At the end of the day, the support given by Aerosoft and the developer himself were second to none once they understood the flickering was a genuine issue. The final release at the time of this review, 1.02, incorporates several changes to the base release that not only dealt with the flicker but also improved performance. So, well done Aerosoft for excellent customer support, other developers need to follow your example.
Installation and Documentation
Nice is available from Aerosoft as a download product and comes as a 200 MB self installer. At this stage there is no indication a boxed equivalent will become available. Like all Aerosoft products, there is a front end process for activating the scenery to enable the install process to then complete. All up, the process took no more than 5 minutes for the installer to gobble up 450MB of hard drive space, adding the Nice Cote d’Azur X folder to others that already sit in a dedicated Aerosoft folder in the main FSX directory.
As usual, the scenery config is updated automatically so you are set to go as soon as you load FSX. Along with the scenery, extensive documentation is also supplied. This includes a manual that outlines the sceneries compatibility with other products such as FS-Global X and three pages of recommended settings for FSX to maximize the user’s enjoyment. Like all scenery in FSX these settings need to be dictated by your system specs and your own experience, but a dual core processor and 2 gig of ram is recommended.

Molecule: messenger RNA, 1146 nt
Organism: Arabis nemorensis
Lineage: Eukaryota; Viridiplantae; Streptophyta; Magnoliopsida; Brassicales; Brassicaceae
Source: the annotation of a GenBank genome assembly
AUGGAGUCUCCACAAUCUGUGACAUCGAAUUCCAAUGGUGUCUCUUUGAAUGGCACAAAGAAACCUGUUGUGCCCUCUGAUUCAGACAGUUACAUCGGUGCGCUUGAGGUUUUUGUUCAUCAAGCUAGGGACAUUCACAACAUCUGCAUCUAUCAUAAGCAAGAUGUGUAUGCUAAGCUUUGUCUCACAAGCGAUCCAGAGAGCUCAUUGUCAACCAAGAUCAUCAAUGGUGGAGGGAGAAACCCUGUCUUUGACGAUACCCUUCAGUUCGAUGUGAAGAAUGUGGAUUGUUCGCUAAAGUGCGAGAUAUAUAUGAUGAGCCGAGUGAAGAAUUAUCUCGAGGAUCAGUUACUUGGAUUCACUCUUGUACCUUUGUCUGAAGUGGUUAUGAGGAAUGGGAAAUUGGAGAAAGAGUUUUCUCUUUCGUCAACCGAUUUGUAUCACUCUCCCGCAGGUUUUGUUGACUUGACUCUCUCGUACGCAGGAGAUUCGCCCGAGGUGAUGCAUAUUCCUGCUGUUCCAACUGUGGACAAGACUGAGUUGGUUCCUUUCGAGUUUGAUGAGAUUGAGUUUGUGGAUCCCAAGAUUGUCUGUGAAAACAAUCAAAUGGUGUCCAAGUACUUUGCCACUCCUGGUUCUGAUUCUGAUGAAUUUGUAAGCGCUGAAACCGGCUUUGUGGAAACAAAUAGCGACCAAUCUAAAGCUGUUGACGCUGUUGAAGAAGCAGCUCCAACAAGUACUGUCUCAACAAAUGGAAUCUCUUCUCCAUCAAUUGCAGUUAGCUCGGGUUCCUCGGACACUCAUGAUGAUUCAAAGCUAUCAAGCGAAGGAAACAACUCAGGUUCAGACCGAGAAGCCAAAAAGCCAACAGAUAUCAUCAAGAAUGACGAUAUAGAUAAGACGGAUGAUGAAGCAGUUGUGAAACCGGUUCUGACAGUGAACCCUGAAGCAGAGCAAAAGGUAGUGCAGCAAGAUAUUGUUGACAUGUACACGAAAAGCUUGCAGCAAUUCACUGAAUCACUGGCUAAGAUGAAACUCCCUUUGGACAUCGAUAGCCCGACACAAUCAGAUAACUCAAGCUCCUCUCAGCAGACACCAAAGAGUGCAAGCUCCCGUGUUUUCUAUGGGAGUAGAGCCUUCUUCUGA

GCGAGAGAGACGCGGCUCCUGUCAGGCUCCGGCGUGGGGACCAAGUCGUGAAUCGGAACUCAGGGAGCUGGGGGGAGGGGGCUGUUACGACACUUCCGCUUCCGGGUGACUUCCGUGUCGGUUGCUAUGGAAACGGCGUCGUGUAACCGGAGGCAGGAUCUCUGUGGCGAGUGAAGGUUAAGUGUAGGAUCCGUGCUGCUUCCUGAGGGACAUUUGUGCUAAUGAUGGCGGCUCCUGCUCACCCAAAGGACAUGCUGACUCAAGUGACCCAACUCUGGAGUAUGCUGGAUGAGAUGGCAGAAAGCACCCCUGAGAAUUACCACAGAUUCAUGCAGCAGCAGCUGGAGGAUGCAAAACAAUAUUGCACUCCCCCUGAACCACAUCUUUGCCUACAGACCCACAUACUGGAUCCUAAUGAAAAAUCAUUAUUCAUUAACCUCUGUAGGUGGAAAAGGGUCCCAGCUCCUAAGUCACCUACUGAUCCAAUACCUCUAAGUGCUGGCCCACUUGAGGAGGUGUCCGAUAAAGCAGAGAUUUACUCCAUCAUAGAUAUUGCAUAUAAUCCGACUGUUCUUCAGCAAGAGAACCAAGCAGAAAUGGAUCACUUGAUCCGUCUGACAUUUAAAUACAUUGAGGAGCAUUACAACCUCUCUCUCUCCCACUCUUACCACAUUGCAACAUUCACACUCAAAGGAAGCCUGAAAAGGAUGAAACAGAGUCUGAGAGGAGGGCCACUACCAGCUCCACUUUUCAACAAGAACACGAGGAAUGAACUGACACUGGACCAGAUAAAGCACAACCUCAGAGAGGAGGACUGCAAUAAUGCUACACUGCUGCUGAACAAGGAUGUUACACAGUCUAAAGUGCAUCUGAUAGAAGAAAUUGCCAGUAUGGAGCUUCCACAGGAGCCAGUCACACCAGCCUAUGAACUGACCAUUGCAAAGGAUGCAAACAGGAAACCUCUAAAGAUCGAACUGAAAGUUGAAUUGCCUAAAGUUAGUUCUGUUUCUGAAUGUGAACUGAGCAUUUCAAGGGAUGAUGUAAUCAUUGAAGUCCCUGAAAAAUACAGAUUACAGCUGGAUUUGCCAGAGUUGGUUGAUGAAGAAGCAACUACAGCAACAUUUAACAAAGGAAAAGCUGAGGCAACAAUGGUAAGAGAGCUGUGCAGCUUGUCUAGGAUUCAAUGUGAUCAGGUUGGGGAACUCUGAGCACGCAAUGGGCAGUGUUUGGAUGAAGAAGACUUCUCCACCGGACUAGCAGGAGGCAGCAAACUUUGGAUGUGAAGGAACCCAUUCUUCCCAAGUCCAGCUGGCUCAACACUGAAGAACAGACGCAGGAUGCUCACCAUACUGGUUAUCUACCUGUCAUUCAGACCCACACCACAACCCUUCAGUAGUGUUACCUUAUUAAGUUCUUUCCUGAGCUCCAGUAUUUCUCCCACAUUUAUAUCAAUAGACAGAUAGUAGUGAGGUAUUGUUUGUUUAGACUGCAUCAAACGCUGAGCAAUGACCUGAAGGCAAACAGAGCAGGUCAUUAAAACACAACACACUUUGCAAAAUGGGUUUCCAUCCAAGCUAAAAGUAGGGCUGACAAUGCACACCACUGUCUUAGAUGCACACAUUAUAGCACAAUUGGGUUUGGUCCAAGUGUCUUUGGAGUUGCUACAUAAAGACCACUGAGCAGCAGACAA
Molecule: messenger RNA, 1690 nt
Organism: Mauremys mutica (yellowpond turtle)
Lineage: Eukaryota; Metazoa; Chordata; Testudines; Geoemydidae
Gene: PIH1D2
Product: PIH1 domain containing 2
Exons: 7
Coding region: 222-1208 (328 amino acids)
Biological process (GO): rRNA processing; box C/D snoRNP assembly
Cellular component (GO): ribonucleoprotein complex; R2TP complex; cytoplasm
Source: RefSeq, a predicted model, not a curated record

The manual is accompanied by five detailed charts that cover both aircraft and helicopter operations, including IFR and VFR flying. These are great resources and it’s a real plus they are included rather than having to find them yourself and certainly make for realistic operations in whatever mode of flight you choose. The final item installed is a Mip Map tool that allows users to add mip maps when they encounter the fuzziness mentioned earlier. So, installation really was a breeze and the added touch of charts etc, is always welcome and shows polish in my view.
Laisse la mouche loin à Nice (Lets fly away to Nice)